If Dickens were around today, I imagine his novels would include stories like these. Alas, this isn’t fiction.
As if conjured up by a presidential speechwriter to star in an anecdote about America’s dysfunctional health insurance system, James Verone, a 59-year-old with a bad back, a sore foot and an undiagnosed growth on his chest, limped into a bank in Gastonia, N.C., and handed the teller a note, explaining that this was an unarmed robbery, but that she better turn over $1 and call the cops.
That, he figured, would be enough to get arrested and sent to prison for a few years, where he could take advantage of the free medical care.
Just to make sure that no one was confused about his intentions, Mr. Verone made sure to let the teller know that he would be sitting on a couch in the bank, waiting for the police. Before he set out for the bank the morning of June 9, he also mailed a letter explaining his scheme to a local newspaper, The Gaston Gazette.
In his letter to his local paper, Verone explained, “I am of sound mind but not so much sound body.”
What Verone didn’t realize was that he should have demanded more money. Because he only asked for $1, Verone was charged with larceny, not bank robbery. He’s still facing a possible prison sentence, but he hoped to be locked up for three years, which now appears unlikely.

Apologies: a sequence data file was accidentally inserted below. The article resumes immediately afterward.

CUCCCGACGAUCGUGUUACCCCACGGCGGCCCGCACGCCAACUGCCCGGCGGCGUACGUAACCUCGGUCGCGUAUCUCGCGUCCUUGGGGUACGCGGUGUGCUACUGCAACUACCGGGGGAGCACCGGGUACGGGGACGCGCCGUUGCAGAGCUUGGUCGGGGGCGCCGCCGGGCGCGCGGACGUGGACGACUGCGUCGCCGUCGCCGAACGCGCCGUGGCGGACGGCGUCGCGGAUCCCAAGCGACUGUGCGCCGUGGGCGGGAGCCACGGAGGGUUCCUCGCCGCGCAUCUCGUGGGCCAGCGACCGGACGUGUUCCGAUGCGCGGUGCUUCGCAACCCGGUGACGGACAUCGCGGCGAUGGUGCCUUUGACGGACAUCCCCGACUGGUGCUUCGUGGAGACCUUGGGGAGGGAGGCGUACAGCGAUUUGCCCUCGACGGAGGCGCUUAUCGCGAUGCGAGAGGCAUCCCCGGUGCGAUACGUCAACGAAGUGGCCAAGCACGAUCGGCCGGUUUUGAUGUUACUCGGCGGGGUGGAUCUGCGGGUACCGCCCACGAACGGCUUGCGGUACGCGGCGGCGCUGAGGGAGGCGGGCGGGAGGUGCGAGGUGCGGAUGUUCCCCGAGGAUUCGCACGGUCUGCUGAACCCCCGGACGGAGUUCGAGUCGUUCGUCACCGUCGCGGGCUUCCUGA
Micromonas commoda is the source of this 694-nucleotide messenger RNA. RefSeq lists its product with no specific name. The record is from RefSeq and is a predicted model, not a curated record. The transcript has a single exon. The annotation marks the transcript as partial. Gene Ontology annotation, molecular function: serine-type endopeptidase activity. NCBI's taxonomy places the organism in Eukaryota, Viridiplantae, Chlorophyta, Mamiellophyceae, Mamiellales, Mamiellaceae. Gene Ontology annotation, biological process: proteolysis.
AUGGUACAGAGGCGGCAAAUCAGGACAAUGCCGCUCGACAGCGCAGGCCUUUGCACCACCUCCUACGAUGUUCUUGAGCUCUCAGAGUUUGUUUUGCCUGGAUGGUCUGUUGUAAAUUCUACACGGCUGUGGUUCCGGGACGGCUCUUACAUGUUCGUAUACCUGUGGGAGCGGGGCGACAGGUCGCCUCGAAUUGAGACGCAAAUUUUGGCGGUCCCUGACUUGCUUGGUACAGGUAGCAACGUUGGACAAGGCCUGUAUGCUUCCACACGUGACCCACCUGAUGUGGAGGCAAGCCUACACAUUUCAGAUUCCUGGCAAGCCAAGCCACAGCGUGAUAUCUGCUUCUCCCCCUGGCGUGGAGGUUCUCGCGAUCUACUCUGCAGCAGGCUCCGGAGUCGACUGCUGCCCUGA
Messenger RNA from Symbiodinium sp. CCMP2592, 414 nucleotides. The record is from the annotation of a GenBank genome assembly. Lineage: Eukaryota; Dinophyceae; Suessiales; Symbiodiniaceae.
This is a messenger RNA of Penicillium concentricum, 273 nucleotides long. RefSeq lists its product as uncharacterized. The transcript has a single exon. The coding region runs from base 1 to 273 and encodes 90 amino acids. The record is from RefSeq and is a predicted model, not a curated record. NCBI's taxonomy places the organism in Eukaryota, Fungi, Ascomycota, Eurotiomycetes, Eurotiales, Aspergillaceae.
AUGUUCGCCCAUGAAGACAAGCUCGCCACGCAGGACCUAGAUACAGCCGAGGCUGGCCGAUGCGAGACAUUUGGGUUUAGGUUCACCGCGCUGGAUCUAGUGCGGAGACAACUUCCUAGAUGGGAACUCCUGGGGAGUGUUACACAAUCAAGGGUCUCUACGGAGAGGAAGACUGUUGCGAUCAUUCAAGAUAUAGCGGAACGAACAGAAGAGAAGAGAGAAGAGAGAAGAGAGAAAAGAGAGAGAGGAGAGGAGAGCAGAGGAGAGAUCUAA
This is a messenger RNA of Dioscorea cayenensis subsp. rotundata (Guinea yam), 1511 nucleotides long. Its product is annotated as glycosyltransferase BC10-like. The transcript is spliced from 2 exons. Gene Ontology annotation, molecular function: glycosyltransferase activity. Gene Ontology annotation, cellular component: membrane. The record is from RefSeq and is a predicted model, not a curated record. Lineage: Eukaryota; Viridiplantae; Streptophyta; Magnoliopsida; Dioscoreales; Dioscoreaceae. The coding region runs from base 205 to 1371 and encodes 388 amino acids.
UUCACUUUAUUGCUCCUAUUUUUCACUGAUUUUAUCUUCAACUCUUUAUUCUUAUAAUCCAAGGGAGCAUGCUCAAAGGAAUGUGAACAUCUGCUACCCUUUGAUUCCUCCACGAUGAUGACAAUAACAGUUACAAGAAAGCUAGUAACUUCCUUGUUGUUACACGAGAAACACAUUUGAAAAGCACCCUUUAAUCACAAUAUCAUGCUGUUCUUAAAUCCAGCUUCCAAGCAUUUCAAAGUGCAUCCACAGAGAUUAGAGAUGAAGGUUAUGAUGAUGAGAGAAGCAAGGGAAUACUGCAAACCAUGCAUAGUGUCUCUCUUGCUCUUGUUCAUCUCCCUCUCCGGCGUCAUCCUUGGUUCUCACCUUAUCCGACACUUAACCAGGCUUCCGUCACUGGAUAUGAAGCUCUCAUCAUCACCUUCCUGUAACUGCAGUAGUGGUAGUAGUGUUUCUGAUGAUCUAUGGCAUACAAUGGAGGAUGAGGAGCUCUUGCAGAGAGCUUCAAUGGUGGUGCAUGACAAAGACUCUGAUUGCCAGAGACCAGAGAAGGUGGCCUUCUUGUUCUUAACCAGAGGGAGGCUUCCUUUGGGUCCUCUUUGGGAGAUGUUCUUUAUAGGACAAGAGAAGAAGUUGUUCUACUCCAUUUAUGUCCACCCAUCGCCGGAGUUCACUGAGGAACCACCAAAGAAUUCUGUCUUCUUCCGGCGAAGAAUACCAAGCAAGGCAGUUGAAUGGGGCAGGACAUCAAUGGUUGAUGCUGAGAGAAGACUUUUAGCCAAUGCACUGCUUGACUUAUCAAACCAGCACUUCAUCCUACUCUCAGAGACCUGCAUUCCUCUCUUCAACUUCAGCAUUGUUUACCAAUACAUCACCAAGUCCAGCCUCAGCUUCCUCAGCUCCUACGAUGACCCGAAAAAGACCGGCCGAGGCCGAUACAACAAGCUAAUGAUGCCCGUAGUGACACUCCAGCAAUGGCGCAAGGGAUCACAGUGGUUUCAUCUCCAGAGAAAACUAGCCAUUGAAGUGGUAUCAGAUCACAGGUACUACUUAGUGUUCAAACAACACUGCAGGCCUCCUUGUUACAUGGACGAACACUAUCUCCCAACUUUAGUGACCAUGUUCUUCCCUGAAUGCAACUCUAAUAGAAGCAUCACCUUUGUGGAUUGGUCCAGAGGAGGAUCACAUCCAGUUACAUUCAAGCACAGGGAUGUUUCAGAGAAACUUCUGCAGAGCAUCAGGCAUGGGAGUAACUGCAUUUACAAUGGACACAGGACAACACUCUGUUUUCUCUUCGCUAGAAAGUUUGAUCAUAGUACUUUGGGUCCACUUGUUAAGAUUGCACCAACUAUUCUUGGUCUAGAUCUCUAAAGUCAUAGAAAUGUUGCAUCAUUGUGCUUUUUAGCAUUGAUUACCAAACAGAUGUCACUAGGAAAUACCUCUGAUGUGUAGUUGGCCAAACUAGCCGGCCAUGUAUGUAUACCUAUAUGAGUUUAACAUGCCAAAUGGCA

As for the politics of this, I suspect the typical Republican would hear about Verone’s plight and think, “It’s obviously time to end medical care for those in American prisons.” Whereas the more sensible attitude is, “It’s unacceptable for law-abiding Americans in the wealthiest nation on earth to be pushed to such desperate measures.”
It’s also worth noting that when the Affordable Care Act is fully implemented, Verone will have far more options to receive quality care, but that won’t happen for a few more years. And in the interim, if Republican policymakers or Republican judges end up scrapping the ACA, Verone and millions of others will just be out of luck.